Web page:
White wine has been pantry staple for most chefs for a long time. But only a few excellent chefs know that not every white wine is suitable as an ingredient. White wines are basically chosen for their "crisp" nature- a sommelier's term used for acidity lent by wine. This acidic taste enhances the flavors of a chorizo, a risotto and even steamed mussels. Some of the best white wines used for this purpose are:

  • Pinot Blanc
  • Pinot Gris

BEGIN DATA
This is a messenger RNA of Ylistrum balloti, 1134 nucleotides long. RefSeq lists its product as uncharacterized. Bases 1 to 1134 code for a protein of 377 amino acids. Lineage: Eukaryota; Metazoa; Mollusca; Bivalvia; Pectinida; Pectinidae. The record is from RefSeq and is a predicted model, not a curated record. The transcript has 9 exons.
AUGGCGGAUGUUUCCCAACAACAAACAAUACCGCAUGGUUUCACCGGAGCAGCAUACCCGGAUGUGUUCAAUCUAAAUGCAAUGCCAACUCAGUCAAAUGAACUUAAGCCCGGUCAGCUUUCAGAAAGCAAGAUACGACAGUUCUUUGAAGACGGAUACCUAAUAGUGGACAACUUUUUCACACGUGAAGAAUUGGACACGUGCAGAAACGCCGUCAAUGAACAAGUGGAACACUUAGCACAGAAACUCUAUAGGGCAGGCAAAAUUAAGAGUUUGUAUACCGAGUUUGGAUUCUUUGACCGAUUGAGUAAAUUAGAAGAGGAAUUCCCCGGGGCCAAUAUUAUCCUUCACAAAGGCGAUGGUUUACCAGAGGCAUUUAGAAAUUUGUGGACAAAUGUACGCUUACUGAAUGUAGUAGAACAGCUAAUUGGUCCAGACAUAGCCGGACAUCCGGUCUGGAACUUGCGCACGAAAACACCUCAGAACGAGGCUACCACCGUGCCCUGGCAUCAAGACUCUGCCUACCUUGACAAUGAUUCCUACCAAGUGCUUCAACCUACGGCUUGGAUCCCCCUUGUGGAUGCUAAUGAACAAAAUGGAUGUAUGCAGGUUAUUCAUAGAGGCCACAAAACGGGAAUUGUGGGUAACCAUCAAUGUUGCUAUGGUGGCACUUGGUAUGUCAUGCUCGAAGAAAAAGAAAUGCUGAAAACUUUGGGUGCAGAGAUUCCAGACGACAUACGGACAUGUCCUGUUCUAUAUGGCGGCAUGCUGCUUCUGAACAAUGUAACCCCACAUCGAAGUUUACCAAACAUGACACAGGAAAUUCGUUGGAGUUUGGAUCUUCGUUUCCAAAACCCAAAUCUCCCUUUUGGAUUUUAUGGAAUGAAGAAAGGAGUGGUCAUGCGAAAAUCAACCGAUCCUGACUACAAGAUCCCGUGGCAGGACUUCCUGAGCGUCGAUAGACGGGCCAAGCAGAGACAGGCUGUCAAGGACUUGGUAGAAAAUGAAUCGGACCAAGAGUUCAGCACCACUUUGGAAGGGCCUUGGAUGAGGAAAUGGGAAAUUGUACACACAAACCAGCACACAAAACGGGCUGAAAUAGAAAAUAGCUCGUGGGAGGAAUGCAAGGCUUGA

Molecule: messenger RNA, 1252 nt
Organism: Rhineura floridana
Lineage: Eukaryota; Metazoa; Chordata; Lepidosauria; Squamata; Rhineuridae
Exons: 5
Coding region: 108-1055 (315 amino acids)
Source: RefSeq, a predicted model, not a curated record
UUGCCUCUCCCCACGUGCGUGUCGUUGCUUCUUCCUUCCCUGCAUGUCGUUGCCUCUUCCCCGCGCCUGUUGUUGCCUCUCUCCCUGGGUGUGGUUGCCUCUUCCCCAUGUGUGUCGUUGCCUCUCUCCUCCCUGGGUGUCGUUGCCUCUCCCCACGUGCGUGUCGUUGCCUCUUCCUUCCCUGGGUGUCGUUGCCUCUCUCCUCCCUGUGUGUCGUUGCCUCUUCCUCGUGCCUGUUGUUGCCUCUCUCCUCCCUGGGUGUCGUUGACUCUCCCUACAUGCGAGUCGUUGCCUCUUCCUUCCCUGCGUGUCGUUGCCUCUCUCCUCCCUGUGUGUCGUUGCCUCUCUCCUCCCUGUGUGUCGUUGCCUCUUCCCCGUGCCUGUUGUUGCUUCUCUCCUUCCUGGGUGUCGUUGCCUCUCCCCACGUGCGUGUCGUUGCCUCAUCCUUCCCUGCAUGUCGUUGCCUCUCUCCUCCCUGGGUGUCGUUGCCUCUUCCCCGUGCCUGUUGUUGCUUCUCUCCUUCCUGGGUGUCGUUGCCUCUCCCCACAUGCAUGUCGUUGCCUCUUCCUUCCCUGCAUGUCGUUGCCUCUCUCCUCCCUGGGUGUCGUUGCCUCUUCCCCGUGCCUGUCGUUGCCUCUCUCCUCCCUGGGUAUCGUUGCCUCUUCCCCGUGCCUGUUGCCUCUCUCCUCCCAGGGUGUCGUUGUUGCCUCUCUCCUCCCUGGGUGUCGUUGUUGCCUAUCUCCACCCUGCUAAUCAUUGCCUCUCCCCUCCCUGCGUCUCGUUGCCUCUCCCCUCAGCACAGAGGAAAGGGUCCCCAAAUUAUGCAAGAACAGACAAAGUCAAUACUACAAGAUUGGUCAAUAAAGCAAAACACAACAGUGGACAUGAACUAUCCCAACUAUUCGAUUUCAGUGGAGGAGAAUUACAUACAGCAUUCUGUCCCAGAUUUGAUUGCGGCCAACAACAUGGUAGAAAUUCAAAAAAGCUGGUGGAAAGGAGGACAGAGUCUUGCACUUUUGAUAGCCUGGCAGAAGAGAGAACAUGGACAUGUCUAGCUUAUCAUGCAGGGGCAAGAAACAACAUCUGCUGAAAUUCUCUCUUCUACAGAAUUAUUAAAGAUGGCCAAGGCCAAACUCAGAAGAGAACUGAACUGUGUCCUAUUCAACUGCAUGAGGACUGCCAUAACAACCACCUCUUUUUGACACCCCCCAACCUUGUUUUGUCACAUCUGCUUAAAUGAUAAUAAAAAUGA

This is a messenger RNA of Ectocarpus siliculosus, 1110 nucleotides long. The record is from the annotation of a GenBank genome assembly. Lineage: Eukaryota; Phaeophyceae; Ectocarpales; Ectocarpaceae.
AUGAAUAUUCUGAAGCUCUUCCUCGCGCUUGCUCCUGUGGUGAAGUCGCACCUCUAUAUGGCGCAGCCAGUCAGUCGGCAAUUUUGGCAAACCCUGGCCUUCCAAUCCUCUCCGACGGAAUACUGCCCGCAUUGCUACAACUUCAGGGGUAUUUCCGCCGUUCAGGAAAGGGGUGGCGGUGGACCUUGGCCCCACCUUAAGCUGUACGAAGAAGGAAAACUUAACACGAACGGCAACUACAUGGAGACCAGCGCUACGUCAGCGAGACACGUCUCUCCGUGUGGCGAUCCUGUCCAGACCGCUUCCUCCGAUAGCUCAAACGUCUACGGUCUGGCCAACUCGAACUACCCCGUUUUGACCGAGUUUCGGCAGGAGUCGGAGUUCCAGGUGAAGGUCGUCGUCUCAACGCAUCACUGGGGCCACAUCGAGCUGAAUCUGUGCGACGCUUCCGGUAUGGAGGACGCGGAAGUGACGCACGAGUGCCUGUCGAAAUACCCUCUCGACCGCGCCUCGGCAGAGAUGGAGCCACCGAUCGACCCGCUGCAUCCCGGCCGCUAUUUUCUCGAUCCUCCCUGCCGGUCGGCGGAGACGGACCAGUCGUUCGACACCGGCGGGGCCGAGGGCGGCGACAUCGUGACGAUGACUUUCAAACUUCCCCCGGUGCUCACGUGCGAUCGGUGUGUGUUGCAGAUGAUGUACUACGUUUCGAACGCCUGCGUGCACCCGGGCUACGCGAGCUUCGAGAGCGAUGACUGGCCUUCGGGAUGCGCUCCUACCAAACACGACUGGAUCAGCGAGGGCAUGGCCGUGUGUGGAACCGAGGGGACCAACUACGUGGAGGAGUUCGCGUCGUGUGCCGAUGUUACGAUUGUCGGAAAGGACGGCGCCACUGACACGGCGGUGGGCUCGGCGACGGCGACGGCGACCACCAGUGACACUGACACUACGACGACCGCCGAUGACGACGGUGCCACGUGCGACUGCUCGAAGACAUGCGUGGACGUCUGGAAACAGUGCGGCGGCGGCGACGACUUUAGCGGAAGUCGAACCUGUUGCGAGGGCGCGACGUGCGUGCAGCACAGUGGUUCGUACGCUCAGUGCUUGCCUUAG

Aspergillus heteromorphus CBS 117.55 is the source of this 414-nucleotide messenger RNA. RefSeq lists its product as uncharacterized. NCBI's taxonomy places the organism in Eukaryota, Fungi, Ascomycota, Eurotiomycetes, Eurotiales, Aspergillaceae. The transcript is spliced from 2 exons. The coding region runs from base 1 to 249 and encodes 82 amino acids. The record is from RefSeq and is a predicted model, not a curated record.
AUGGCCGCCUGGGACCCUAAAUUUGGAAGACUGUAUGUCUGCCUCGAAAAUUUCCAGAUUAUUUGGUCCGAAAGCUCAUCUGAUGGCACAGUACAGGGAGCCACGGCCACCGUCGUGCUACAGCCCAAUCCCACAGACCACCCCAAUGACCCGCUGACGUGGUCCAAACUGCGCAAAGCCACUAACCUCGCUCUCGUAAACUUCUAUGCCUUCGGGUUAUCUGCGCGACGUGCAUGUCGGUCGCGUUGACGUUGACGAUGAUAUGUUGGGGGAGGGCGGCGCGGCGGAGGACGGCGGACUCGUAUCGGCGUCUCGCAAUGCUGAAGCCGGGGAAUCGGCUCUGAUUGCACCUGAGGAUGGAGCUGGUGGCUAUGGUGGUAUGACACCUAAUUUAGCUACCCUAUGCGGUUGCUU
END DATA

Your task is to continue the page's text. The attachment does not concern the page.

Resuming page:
• Pinot Grigio
  • Sauvignon Blanc
  • Semillon

Essentially any such white wine that is dry, crisp and has high acidity content. Chardonnays usually do not work best since they have strong, oak like flavors. They have a low acidic content. Chardonnays burn and taste bitter upon the addition to a dish, essentially ruining the whole flavor.

An effective substitute: Vermouth can be a good substitute for white wine if in case your pantry is missing the latter. An opened bottle of Vermouth lasts much longer than that of any white wine. You may even use a tinge of lemon juice or vinegar for that substitute flavor, but not more than a teaspoon.

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October 06, 2019 by Last WineDown